He gets upset about everything, even if I move a spatula from one drawer to the other. He doesn’t cook or use them, I do and I make it easy for me to cook. I think he is also OCD. I want to see a psychologist or psycharitrist but he won’t go. He wants me to go to this social worker, but she can’t diagnose him and treat him like a psychologist can. I think he needs cognitive behavior therapy and possibly a diagnose from a medical doctor. He forgets everything he tells me then tells me something different. He also takes my possessions; can be makeup, clothing, stuff he knows I use and hides them and then puts them back weeks or months later. He denies doing this but I’ve seen him do it. My clothes will come back smelling like they were in the basement (which they were). His basement is huge and theres 1000s of items in there very well organized. He vehemently denies it but I’ve seen him take things through a crack in the door. It used to be often, now its less but just noticed he took a treasured item given to me from my grandmother when I was 3. I pointed that item out to him and then it was gone.

    Any advice? I do have a prenup where I will receive monies for 7 years and feel ready to go and move away from him. I honestly dont care and do not love him any longer because of his bad behavior.

  10. I’ve been looking for something like this for awhile now. My husband is passive aggressive and it took me a few years of rollercoaster feelings to figure it out. I’m not looking for a reason to leave or quit; we’ve tried counseling but he’s not receptive and although he will “go for me” it doesn’t seem to do much to help him see his contributions in the issues or he takes all the blame just to get through an issue.

    So I guess I’m just looking for support in dealing with and loving him regardless of his passive aggression and the constant hurt I feel because of it. I turn to God now when it feels too overwhelming and I pray for His guidance to help me to love my husband despite the feelings he might elicit within me. Thank you for not focusing on leaving or divorcing or the poplular “do what you think is best for yourself” stance.

  11. My husband tries to control everything I do or say as to when to turn a corner, then gets mad if I don’t turn his way. This goes on all day. He takes things of mine and says I took them. If I don’t do as he says to do he will pout. If I ask him to come and look at something in the yard he will avoid the conversation and ignore me. Then after about 10 min. he will ask me, now what is it you want me to see? Tonite he asked me to check if dinner was done. I started to look in the oven and he jumped me and said I did not need to do that, as he was fixing supper. I cannot take it any longer. What can I do?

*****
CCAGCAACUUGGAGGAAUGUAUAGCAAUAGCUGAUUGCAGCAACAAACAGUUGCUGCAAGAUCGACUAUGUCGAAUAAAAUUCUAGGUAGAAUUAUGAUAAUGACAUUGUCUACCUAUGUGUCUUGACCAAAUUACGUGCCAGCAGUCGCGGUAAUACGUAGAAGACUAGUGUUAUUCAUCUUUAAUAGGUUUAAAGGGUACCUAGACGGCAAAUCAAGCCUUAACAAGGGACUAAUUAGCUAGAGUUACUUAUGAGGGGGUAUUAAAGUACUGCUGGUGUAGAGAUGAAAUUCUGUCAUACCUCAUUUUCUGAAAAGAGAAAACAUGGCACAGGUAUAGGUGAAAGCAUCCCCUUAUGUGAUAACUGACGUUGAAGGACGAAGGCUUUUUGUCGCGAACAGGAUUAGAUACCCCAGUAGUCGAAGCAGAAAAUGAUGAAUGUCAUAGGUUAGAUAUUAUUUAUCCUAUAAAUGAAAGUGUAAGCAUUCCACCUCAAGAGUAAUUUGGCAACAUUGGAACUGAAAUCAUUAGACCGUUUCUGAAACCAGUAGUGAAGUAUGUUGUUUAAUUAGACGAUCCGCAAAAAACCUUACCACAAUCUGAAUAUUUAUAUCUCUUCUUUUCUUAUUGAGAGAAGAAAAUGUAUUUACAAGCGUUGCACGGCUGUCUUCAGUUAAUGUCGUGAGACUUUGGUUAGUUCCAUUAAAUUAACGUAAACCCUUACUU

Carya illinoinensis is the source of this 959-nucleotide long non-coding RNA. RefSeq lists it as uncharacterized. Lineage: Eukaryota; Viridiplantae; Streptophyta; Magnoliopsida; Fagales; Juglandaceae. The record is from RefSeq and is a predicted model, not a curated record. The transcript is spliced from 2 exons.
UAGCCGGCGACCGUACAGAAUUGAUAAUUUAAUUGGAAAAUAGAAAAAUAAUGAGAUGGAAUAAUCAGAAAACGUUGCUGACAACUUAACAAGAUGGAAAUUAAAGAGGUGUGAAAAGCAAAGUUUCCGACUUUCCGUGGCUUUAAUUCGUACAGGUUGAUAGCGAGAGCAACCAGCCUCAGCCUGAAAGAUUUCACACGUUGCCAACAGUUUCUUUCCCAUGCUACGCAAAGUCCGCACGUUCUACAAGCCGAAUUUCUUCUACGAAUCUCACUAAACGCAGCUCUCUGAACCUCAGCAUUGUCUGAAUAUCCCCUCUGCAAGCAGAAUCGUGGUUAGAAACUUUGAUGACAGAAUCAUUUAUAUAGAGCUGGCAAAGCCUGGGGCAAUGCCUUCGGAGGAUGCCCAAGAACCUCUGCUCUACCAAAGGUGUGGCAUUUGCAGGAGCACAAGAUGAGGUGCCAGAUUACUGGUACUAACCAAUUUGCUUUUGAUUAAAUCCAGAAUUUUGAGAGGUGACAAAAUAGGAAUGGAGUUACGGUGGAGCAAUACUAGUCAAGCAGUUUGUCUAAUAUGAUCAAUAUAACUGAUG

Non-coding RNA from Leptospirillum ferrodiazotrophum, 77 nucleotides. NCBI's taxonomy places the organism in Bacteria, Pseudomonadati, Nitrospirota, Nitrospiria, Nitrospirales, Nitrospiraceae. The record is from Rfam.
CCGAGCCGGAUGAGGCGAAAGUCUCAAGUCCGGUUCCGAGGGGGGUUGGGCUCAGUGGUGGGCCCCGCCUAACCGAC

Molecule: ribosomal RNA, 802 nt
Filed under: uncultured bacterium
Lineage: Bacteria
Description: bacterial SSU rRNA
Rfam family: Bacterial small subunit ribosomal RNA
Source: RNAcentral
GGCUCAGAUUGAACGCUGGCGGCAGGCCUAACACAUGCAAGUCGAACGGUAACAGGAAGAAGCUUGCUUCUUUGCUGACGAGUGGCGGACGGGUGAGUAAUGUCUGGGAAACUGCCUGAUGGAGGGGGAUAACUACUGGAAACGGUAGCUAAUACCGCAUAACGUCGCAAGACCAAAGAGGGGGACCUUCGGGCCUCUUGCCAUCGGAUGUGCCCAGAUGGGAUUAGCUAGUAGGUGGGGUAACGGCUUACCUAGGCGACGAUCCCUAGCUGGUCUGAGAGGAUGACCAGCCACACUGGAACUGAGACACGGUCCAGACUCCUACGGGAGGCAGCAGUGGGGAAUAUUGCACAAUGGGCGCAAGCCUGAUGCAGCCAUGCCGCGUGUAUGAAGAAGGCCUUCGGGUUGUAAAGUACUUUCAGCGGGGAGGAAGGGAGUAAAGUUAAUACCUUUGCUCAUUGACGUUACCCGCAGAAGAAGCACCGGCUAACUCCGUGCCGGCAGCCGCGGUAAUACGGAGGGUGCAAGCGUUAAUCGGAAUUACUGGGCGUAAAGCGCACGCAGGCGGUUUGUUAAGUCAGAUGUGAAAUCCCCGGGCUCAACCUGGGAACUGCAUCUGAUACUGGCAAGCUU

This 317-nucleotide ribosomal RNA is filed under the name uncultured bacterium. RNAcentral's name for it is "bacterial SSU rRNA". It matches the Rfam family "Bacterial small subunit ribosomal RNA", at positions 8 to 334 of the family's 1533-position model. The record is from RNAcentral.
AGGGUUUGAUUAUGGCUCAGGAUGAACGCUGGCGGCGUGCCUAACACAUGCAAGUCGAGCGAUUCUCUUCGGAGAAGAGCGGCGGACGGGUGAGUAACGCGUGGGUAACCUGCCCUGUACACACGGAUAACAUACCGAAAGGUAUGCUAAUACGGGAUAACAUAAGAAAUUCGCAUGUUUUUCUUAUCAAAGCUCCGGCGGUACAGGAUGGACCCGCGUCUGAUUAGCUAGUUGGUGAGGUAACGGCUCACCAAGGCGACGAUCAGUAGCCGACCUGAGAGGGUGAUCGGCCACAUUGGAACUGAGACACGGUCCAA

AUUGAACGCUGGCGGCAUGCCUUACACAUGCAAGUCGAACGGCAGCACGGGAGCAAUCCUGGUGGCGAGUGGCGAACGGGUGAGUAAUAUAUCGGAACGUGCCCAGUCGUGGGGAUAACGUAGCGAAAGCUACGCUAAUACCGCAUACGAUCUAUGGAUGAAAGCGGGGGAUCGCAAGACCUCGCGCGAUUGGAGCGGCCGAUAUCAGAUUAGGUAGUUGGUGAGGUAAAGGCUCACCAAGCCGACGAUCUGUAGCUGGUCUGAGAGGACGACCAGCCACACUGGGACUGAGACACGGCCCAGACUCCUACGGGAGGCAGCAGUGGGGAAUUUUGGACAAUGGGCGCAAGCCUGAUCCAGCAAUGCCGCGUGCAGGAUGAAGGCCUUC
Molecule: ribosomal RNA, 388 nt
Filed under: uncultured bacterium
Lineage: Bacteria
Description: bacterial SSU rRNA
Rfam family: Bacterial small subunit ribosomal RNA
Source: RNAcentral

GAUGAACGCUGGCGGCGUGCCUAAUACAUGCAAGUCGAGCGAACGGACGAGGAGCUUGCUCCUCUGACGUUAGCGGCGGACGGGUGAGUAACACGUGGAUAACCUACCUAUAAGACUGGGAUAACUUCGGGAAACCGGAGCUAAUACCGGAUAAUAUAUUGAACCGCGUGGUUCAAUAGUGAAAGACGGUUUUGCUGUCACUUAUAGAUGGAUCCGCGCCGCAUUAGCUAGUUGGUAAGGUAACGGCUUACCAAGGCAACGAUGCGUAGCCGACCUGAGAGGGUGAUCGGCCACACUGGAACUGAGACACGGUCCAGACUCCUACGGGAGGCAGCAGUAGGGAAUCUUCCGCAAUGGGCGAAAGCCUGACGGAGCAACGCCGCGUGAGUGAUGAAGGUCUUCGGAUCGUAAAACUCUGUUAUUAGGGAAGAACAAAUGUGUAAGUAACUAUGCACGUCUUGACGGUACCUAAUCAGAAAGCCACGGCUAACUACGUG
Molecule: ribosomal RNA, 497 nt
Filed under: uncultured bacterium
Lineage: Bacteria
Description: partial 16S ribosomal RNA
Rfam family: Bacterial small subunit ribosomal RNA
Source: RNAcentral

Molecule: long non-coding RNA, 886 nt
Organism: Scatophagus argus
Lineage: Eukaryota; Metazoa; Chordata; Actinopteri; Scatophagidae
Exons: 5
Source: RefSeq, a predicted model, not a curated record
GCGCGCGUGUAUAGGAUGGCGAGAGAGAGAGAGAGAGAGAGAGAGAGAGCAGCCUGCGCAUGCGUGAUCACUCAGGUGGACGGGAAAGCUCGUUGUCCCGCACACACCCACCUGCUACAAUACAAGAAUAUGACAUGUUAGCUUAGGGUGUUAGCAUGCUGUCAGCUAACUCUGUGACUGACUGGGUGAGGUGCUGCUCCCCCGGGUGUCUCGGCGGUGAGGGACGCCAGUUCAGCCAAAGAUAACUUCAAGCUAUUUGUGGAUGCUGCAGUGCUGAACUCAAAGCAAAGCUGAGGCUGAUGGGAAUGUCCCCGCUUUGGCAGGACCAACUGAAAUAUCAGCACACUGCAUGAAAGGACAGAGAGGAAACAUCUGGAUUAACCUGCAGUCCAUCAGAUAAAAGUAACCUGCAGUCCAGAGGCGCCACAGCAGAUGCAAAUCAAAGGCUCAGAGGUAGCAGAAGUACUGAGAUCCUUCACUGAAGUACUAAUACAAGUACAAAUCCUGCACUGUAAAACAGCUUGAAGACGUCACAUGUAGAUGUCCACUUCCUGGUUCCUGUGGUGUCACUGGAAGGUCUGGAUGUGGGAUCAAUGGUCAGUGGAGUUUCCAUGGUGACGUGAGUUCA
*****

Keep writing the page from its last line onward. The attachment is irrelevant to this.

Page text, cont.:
12. This article is good because it explains the passive-aggressive person’s behavior but if you are a normal person you cannot comprehend why they do the things they do. Their behavior is senseless and very damaging. If you are married to a PA you’re forever figuring out behavior that is foreign and oftentimes downright bizarre. I guess what I’m saying is if you are programmed to honestly communicate, keep promises, be open, and seek peace and harmony, then your mind can’t grasp why a person seeks the opposite of that. Many PA people seek chaos, negativity, and dysfunction and it’s so deeply ingrained in them that no matter what you do their behavior and personality remain the same and often gets worse with age.

  13. I finally understand why my marriage feels so wrong; my husband is covert aggressive and has been torturing me for a long time. Now that I’m learning, I can tell that sometimes he does things on purpose because he wants to punish me, but in underhanded and sneaky ways that he doesn’t want me to know he did it. And denies it when I ask.

    Other times, it almost feels like he truly doesn’t even know how to have a conversation. He expects us to agree about everything, and thinks it’s a fight when we don’t. He makes no attempt to learn about me, except when it’s to be able to use something against me, covertly. With him still in denial, and me not pushing the issue while I’m in “gray rock” mode trying to learn more and understand what I’m dealing with; I don’t know how to proceed.

    I really want to know more about whether or not he can get help, or be “fixed”. But since he’s yet to admit anything to me, I feel like going to just any counselor would be unhelpful. I would like to know how to make a suggestion/request to him to look in to this. I would then like to be able to see what his reactions/responses are. I feel like I NEED that in order to decide what to do moving forward.

    I feel like I’m staying for the kids, but also now spend a lot of time trying to analyze everything from somebody else’s view, feeling like my own perception feels so skewed I don’t even know how to know when I know what I’m talking about. I know that sounds crazy. I just need to know how to help him make the next step; of course if he’s willing. But I can’t approach/confront him blind. I need to know what reference, book, or counselor to ask him to try.

    Please. I’ve looked everywhere for that and see Dr George Simon says that it’s better for them to NOT go to a counselor than to go to the WRONG counselor. They should NOT go to anyone that doesn’t understand these covert tactics. I’m not just talking passive aggressive. I’m talking “covert aggressive” – where they do these things and then make you feel insane, or try to convince you they didn’t happen… They know how to make themselves look like the victim. That’s why I’m just now finding out I’m in this boat after 20 years of marriage.